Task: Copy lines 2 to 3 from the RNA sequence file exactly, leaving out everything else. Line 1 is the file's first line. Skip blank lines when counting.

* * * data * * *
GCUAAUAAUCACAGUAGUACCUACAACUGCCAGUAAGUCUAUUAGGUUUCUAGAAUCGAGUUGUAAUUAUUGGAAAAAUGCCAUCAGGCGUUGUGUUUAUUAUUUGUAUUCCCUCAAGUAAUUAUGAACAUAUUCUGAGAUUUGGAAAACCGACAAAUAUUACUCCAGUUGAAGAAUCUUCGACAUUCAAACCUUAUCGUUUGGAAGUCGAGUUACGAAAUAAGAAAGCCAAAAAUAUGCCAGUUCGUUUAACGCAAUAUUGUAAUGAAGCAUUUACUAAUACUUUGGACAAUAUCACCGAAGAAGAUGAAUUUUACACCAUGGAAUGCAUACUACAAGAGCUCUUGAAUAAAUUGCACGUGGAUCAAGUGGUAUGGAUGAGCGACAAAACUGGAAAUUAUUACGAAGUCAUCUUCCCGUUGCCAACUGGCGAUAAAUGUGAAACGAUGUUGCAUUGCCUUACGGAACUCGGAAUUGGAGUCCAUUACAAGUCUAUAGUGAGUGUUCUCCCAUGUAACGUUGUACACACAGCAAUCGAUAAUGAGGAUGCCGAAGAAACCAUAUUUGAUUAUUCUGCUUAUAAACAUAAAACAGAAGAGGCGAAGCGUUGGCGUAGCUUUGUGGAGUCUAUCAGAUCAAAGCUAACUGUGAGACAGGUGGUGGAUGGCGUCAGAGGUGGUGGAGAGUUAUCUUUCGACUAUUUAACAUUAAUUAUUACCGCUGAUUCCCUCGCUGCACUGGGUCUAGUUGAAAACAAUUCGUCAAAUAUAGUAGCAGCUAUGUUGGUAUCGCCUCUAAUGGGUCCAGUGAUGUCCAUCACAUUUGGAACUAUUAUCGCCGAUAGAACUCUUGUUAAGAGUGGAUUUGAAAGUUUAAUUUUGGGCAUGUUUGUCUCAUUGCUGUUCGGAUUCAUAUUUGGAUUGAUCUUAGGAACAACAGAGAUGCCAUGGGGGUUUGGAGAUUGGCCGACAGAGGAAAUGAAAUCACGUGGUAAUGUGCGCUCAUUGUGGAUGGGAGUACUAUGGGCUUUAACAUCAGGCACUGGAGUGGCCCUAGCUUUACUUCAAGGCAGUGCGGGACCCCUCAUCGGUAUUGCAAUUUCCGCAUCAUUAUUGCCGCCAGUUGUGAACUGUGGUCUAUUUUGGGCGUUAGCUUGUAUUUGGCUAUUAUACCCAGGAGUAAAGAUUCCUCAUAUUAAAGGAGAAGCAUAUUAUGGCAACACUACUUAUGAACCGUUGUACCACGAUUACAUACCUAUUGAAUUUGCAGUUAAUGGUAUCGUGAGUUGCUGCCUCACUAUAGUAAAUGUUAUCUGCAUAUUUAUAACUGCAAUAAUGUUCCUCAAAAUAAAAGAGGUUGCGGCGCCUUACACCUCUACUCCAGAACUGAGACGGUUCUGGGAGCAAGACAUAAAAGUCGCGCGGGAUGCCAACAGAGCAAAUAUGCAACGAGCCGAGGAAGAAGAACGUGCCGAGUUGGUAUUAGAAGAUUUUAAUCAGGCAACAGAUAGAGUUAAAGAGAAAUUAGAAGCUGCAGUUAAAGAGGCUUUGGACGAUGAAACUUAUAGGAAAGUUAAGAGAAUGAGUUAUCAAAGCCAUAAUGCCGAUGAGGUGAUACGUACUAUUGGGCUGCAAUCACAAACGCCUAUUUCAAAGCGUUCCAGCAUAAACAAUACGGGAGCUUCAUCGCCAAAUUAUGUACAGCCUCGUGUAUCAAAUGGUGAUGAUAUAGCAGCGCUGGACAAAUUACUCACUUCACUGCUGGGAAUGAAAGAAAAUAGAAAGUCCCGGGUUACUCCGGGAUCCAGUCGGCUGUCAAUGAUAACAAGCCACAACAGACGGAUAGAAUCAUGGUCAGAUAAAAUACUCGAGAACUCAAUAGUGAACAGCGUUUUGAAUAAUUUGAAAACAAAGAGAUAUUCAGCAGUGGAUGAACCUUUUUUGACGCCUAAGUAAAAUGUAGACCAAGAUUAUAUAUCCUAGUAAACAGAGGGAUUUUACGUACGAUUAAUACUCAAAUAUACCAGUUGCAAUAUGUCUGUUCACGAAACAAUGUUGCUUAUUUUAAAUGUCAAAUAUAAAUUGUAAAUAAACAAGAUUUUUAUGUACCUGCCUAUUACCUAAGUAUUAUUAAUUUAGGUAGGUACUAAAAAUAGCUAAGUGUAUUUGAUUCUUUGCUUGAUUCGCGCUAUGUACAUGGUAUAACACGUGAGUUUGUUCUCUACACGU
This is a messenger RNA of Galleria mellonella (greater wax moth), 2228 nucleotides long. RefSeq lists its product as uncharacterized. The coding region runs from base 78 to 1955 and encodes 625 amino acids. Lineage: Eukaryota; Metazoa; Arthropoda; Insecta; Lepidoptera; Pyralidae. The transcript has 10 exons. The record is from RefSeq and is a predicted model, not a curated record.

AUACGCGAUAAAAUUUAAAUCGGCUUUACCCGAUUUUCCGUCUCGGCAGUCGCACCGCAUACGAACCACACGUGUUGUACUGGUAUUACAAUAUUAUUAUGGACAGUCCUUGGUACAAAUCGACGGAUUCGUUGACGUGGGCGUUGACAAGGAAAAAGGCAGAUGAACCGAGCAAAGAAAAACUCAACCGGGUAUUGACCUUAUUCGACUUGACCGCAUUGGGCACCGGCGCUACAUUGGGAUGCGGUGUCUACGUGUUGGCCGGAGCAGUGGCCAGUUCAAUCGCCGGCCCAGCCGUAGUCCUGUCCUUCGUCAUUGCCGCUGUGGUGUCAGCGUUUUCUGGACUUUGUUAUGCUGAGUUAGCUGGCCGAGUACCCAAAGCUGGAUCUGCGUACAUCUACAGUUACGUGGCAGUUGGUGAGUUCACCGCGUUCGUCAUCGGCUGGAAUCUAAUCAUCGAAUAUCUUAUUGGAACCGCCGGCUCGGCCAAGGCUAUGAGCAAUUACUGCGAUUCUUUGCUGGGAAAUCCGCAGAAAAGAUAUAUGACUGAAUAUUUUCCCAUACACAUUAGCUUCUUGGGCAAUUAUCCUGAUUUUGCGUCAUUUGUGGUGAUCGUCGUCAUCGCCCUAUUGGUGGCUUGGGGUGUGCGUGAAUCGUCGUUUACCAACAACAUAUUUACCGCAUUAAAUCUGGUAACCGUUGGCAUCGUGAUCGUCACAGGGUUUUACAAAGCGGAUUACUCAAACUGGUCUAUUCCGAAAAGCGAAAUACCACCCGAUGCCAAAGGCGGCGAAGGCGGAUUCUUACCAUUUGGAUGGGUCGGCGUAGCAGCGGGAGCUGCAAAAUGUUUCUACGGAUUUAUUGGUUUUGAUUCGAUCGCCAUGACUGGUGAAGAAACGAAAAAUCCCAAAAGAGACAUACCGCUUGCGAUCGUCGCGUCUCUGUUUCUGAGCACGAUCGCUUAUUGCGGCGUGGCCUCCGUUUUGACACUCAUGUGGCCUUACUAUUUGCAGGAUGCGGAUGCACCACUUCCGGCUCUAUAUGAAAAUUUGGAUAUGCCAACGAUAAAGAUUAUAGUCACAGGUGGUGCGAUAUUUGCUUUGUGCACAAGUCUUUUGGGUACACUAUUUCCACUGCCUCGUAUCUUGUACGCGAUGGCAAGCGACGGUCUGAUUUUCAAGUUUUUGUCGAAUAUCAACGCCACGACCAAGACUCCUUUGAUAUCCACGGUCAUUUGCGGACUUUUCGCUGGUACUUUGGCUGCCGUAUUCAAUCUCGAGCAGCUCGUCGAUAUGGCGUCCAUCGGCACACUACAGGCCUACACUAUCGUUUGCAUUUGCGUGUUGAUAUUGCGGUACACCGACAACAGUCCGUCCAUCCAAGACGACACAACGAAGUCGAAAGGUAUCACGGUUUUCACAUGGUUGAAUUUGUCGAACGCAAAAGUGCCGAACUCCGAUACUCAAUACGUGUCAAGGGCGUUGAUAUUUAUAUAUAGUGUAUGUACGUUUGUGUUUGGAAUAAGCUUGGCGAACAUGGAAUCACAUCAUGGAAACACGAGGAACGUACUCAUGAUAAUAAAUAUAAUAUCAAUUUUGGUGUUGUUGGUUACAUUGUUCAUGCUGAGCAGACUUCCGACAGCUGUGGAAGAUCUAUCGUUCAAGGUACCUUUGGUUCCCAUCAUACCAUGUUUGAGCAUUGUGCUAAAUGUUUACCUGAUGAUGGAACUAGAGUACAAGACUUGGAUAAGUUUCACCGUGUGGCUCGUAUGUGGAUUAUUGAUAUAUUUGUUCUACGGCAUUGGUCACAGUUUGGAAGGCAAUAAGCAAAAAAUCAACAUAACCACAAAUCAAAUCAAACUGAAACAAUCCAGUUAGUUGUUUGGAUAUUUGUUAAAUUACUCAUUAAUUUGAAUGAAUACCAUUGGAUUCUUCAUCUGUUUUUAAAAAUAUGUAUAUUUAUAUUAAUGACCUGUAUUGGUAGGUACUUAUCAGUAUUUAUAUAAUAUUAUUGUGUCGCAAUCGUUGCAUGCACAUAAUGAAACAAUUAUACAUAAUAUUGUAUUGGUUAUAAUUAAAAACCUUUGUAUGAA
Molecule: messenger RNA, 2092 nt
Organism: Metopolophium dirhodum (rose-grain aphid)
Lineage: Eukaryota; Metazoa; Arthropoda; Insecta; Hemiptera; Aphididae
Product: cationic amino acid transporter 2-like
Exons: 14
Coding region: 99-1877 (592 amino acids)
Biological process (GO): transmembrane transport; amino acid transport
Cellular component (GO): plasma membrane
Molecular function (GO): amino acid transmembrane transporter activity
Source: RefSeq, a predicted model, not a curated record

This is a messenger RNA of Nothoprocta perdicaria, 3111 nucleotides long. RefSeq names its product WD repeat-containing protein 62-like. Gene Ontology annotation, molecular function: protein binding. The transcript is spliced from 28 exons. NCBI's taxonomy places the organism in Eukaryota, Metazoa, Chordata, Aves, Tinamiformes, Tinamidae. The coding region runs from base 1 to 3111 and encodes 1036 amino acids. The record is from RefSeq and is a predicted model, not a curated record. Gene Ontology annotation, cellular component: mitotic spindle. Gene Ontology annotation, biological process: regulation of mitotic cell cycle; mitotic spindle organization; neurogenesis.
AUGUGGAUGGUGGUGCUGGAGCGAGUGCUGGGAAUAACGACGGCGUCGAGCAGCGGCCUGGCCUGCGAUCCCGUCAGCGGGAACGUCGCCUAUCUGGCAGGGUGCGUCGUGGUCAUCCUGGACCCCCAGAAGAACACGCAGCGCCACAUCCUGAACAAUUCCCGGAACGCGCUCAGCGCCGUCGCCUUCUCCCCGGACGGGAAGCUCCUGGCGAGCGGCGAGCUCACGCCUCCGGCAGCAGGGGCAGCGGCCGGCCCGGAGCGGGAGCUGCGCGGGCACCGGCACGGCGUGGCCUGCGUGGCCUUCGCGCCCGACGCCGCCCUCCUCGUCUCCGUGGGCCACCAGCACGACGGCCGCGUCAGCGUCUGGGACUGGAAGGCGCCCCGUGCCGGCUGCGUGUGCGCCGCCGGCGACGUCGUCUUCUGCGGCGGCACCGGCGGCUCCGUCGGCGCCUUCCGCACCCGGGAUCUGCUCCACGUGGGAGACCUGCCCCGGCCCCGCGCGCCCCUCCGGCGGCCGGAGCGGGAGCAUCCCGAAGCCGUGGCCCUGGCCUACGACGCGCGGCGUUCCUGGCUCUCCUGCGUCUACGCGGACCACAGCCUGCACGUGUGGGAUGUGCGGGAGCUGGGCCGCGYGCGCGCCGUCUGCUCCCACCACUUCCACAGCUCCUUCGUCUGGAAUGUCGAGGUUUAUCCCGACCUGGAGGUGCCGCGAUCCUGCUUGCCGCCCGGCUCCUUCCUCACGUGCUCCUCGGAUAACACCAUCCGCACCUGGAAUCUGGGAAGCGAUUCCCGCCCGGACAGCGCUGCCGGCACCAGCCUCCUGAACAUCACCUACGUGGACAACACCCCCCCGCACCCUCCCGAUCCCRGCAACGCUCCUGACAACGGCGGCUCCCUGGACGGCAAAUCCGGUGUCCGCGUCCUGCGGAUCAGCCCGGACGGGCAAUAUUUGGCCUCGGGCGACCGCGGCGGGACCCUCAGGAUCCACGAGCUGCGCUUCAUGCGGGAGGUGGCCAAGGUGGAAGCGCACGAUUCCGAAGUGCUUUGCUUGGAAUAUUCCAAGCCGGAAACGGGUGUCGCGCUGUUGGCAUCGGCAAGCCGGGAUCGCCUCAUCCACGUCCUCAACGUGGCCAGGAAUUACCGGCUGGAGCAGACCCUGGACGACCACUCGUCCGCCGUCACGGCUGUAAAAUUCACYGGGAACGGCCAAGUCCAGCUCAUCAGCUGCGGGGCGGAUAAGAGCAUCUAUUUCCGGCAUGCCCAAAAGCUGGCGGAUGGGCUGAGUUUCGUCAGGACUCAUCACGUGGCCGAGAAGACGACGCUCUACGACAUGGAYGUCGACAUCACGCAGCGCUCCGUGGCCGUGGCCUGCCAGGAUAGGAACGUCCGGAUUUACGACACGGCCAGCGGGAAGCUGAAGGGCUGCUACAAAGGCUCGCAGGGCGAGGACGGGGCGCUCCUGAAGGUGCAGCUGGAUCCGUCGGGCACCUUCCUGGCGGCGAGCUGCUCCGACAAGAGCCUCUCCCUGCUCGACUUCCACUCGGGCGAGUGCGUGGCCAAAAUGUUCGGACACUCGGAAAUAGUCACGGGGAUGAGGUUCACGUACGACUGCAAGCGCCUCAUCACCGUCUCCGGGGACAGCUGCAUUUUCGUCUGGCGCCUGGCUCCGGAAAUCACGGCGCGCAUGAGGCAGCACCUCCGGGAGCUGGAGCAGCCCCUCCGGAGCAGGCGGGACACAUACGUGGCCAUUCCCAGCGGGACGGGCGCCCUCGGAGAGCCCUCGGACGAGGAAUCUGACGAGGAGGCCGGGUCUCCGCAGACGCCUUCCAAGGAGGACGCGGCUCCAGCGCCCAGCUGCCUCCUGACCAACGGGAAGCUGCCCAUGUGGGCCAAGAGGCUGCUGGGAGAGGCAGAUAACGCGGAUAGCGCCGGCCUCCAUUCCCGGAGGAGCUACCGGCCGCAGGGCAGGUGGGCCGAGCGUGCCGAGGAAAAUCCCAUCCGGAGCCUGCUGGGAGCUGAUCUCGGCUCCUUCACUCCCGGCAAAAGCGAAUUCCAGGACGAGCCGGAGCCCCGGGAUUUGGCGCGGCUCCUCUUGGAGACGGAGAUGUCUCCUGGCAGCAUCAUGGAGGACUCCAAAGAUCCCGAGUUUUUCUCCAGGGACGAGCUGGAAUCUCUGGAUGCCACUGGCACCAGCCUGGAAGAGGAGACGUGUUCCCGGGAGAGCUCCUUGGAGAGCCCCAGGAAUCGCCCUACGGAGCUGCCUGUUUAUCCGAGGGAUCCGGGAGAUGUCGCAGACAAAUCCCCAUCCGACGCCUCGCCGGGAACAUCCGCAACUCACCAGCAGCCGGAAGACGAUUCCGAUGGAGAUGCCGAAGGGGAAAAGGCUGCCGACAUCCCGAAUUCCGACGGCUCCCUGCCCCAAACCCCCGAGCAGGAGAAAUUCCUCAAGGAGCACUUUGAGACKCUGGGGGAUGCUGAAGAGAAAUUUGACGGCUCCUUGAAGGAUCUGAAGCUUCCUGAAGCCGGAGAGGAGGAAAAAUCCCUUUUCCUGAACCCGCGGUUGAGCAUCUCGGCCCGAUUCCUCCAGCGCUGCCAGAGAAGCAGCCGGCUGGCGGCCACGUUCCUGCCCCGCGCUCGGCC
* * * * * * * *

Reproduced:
This is a messenger RNA of Galleria mellonella (greater wax moth), 2228 nucleotides long. RefSeq lists its product as uncharacterized. The coding region runs from base 78 to 1955 and encodes 625 amino acids. Lineage: Eukaryota; Metazoa; Arthropoda; Insecta; Lepidoptera; Pyralidae. The transcript has 10 exons. The record is from RefSeq and is a predicted model, not a curated record.

AUACGCGAUAAAAUUUAAAUCGGCUUUACCCGAUUUUCCGUCUCGGCAGUCGCACCGCAUACGAACCACACGUGUUGUACUGGUAUUACAAUAUUAUUAUGGACAGUCCUUGGUACAAAUCGACGGAUUCGUUGACGUGGGCGUUGACAAGGAAAAAGGCAGAUGAACCGAGCAAAGAAAAACUCAACCGGGUAUUGACCUUAUUCGACUUGACCGCAUUGGGCACCGGCGCUACAUUGGGAUGCGGUGUCUACGUGUUGGCCGGAGCAGUGGCCAGUUCAAUCGCCGGCCCAGCCGUAGUCCUGUCCUUCGUCAUUGCCGCUGUGGUGUCAGCGUUUUCUGGACUUUGUUAUGCUGAGUUAGCUGGCCGAGUACCCAAAGCUGGAUCUGCGUACAUCUACAGUUACGUGGCAGUUGGUGAGUUCACCGCGUUCGUCAUCGGCUGGAAUCUAAUCAUCGAAUAUCUUAUUGGAACCGCCGGCUCGGCCAAGGCUAUGAGCAAUUACUGCGAUUCUUUGCUGGGAAAUCCGCAGAAAAGAUAUAUGACUGAAUAUUUUCCCAUACACAUUAGCUUCUUGGGCAAUUAUCCUGAUUUUGCGUCAUUUGUGGUGAUCGUCGUCAUCGCCCUAUUGGUGGCUUGGGGUGUGCGUGAAUCGUCGUUUACCAACAACAUAUUUACCGCAUUAAAUCUGGUAACCGUUGGCAUCGUGAUCGUCACAGGGUUUUACAAAGCGGAUUACUCAAACUGGUCUAUUCCGAAAAGCGAAAUACCACCCGAUGCCAAAGGCGGCGAAGGCGGAUUCUUACCAUUUGGAUGGGUCGGCGUAGCAGCGGGAGCUGCAAAAUGUUUCUACGGAUUUAUUGGUUUUGAUUCGAUCGCCAUGACUGGUGAAGAAACGAAAAAUCCCAAAAGAGACAUACCGCUUGCGAUCGUCGCGUCUCUGUUUCUGAGCACGAUCGCUUAUUGCGGCGUGGCCUCCGUUUUGACACUCAUGUGGCCUUACUAUUUGCAGGAUGCGGAUGCACCACUUCCGGCUCUAUAUGAAAAUUUGGAUAUGCCAACGAUAAAGAUUAUAGUCACAGGUGGUGCGAUAUUUGCUUUGUGCACAAGUCUUUUGGGUACACUAUUUCCACUGCCUCGUAUCUUGUACGCGAUGGCAAGCGACGGUCUGAUUUUCAAGUUUUUGUCGAAUAUCAACGCCACGACCAAGACUCCUUUGAUAUCCACGGUCAUUUGCGGACUUUUCGCUGGUACUUUGGCUGCCGUAUUCAAUCUCGAGCAGCUCGUCGAUAUGGCGUCCAUCGGCACACUACAGGCCUACACUAUCGUUUGCAUUUGCGUGUUGAUAUUGCGGUACACCGACAACAGUCCGUCCAUCCAAGACGACACAACGAAGUCGAAAGGUAUCACGGUUUUCACAUGGUUGAAUUUGUCGAACGCAAAAGUGCCGAACUCCGAUACUCAAUACGUGUCAAGGGCGUUGAUAUUUAUAUAUAGUGUAUGUACGUUUGUGUUUGGAAUAAGCUUGGCGAACAUGGAAUCACAUCAUGGAAACACGAGGAACGUACUCAUGAUAAUAAAUAUAAUAUCAAUUUUGGUGUUGUUGGUUACAUUGUUCAUGCUGAGCAGACUUCCGACAGCUGUGGAAGAUCUAUCGUUCAAGGUACCUUUGGUUCCCAUCAUACCAUGUUUGAGCAUUGUGCUAAAUGUUUACCUGAUGAUGGAACUAGAGUACAAGACUUGGAUAAGUUUCACCGUGUGGCUCGUAUGUGGAUUAUUGAUAUAUUUGUUCUACGGCAUUGGUCACAGUUUGGAAGGCAAUAAGCAAAAAAUCAACAUAACCACAAAUCAAAUCAAACUGAAACAAUCCAGUUAGUUGUUUGGAUAUUUGUUAAAUUACUCAUUAAUUUGAAUGAAUACCAUUGGAUUCUUCAUCUGUUUUUAAAAAUAUGUAUAUUUAUAUUAAUGACCUGUAUUGGUAGGUACUUAUCAGUAUUUAUAUAAUAUUAUUGUGUCGCAAUCGUUGCAUGCACAUAAUGAAACAAUUAUACAUAAUAUUGUAUUGGUUAUAAUUAAAAACCUUUGUAUGAA